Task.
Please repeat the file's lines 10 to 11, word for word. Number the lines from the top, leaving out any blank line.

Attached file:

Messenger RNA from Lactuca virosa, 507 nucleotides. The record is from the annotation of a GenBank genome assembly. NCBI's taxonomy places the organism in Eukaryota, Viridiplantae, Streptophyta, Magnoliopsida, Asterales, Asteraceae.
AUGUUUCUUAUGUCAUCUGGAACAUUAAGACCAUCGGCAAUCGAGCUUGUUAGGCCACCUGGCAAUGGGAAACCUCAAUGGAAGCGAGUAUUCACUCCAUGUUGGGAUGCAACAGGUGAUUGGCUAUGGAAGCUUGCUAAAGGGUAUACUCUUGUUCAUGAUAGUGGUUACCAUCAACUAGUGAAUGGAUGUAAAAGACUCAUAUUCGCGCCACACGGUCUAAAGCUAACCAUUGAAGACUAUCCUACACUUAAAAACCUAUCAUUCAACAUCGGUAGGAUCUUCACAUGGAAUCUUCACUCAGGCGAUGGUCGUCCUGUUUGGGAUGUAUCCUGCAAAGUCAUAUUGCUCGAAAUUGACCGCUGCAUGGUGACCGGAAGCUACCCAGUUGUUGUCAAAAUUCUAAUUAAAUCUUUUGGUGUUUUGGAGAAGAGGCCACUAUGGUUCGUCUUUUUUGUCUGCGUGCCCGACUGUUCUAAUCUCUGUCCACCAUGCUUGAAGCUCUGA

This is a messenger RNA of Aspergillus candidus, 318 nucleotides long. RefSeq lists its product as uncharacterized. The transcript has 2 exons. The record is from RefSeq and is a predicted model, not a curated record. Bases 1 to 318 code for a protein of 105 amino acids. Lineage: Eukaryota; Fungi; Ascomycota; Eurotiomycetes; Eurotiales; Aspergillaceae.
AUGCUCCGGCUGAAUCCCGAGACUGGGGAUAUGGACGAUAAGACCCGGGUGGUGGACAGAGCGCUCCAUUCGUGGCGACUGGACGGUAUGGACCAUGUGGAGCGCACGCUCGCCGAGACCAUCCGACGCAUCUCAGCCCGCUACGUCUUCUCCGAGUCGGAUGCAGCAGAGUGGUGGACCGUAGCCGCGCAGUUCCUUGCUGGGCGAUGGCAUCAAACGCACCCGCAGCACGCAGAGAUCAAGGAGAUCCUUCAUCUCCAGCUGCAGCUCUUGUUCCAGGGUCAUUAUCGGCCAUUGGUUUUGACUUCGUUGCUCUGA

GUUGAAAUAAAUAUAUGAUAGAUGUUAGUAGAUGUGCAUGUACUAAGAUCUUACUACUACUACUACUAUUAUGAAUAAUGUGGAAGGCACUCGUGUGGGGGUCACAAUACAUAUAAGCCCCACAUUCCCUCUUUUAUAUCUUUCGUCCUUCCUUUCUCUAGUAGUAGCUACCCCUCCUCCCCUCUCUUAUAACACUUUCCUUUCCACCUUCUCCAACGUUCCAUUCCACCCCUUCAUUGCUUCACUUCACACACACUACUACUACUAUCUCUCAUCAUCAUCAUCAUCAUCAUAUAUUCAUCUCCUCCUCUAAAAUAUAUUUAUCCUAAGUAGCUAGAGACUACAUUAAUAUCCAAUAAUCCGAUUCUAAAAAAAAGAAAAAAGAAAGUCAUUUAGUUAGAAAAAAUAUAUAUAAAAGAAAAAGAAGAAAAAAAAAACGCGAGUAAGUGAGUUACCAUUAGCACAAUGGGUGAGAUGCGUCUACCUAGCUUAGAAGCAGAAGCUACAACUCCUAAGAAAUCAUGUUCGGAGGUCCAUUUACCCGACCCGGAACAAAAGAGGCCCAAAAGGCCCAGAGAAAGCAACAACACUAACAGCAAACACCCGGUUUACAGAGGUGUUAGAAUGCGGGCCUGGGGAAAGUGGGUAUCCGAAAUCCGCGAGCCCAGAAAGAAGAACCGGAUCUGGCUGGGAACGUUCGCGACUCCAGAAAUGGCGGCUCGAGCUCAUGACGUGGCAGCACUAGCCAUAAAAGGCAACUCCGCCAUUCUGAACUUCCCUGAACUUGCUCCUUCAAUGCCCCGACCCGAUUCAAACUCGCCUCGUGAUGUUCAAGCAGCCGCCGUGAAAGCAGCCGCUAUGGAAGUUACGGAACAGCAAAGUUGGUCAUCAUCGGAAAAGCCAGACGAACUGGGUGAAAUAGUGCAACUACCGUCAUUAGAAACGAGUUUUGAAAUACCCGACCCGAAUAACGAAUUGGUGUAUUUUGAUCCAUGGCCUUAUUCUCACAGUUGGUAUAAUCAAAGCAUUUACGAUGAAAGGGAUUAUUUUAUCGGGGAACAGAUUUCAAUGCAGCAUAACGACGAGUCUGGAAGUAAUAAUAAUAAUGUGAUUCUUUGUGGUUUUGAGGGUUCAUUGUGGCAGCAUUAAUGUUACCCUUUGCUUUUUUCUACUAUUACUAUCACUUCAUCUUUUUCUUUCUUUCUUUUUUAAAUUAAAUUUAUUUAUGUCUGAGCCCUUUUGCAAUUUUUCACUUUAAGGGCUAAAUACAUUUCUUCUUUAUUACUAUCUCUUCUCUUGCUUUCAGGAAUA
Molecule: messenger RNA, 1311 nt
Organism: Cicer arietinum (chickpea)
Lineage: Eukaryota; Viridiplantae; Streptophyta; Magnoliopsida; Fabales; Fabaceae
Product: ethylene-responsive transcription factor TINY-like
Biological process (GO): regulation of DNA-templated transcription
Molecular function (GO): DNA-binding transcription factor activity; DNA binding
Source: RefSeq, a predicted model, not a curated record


Biological process (GO): regulation of DNA-templated transcription
Molecular function (GO): DNA-binding transcription factor activity; DNA binding